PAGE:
The trouble with holidays is they come to an end. We've just arrived back from the French Alps. A week of breathtaking scenery, fantastic skiing, loads of family time, great friends, lots of laughing, too many vin and chocolat chauds, pommes frites, baguettes with French butter (how can another country's butter taste so sublime?), and not a utility bill, Tesco queue or traffic jam in sight. Heaven. We were all sad to leave, flatter than Flat Stanley, wistfully watching the mountains disappear behind us. On the flight home I did some thinking. Could we sell up? Could we move out? Eat baguettes and unsalted butter forever? Bask in the sunshine, breathe the air, feel the tang of snow-chill on our skin, throw out the television, declutter, downsize, choose the simple life? It would mean sending the girls to a French school, of course, which they would fight against. But we'd convince them. We'd argue the importance of language skills in this day and age. Fluency in a second language would set them up for life...sod leaving all your friends and having to learn the French for you're it and no you can't have my kit-kat get your own. Combine the language proficiency with fresh air and healthy living and what better gift could we give them?
This type of post-holiday thought process is not unusual for me. I'd be lying if I said I hadn't considered moving to Majorca, the Dordogne, Tuscany, Naples, Cornwall, Devon, even Norfolk, in the time spent travelling back from these places. But then again, I spend most my life living in imagined unreality. I'm under no illusion that this character trait (flaw?) is the principal reason I write fiction - hiding in fanciful other-worlds, immersing myself in a crowd of made-up friends and enemies, spiriting myself away to a wordy haven of anywhere other than the-same-old-same-old. I am, it has to be said, a professional starer into space.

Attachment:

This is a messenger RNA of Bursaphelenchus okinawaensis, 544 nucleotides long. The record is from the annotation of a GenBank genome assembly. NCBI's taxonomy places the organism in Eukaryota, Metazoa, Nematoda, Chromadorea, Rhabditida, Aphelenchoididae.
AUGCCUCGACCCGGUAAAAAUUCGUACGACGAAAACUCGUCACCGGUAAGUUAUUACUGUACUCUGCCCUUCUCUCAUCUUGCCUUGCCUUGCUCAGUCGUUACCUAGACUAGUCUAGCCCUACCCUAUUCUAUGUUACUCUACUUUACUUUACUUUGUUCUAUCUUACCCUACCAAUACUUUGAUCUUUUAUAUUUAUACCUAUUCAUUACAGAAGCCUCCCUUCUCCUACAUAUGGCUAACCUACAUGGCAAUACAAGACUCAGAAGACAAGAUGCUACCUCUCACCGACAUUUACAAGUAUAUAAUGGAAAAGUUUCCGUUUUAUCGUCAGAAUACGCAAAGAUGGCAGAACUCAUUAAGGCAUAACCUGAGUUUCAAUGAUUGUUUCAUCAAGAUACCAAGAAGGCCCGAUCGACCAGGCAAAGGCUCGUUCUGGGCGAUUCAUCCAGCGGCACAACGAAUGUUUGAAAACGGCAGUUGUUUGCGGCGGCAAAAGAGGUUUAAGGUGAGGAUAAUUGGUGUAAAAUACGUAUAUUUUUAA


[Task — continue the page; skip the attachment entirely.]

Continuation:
By the time we walk into our freezing house I'm feeling the full impact of a serious case of the holiday blues. What seems like a hundred suitcases now block the hallway, all of them stuffed with grubby clothes (good intentions to work the washing machine in the apartment went out the window amid a flurry of those-socks-have-at-least-another-day-in-them and let's-have-another-gin-and-tonic-instead). We have six dead house plants, a towering pile of post heralding the return of life-mundane, and the spectre of Monday morning school run drudgery looms large. 'That's it,' I state. 'We're moving. We're really doing it this time.'
Before I get on the internet to search for houses in the snow, however, I do what any self-respecting Brit does when they've been away from the homeland for any length of time. I make a cup of tea. When I take a sip I let out an unfettered sigh. It's the best cup of tea I've had all week. Then I hear my youngest daughter squeal with delight as she rediscovers the toys in her bedroom. My middle daughter is cooing over her hamster who seems genuinely pleased to see her (though I must admit, I'm not an expert in reading small rodent body language), the cats are purring, and I have a surge of warmth as I think about how pleased the dogs will be to see me tomorrow - tails wagging so frantically I'll worry the silly creatures will dislocate their hips.
Mr J shouts through from the living room that he's lit a fire. I glance at the suitcases and decide it won't do any harm at all to leave the clothes unwashed for a day, or maybe two, and instead I make a plate of toast, suddenly remembering how delicious a toasted slice of bread is, and how, when crowned with lashings of melting salty butter, it tastes like nothing else on earth. Mr J and I sink into comfy, familiar sofas with the younger two, and turn the television on. It's Ski Sunday. Maybe promising to give up the telly was a bit rash...
Then my eldest wanders in to join us, grabs a piece of toast and stretches out on the floor in front of the fire. 'That was a great holiday,' she says, her mouth full of toast. 'But I have to say, it's cool to be home.'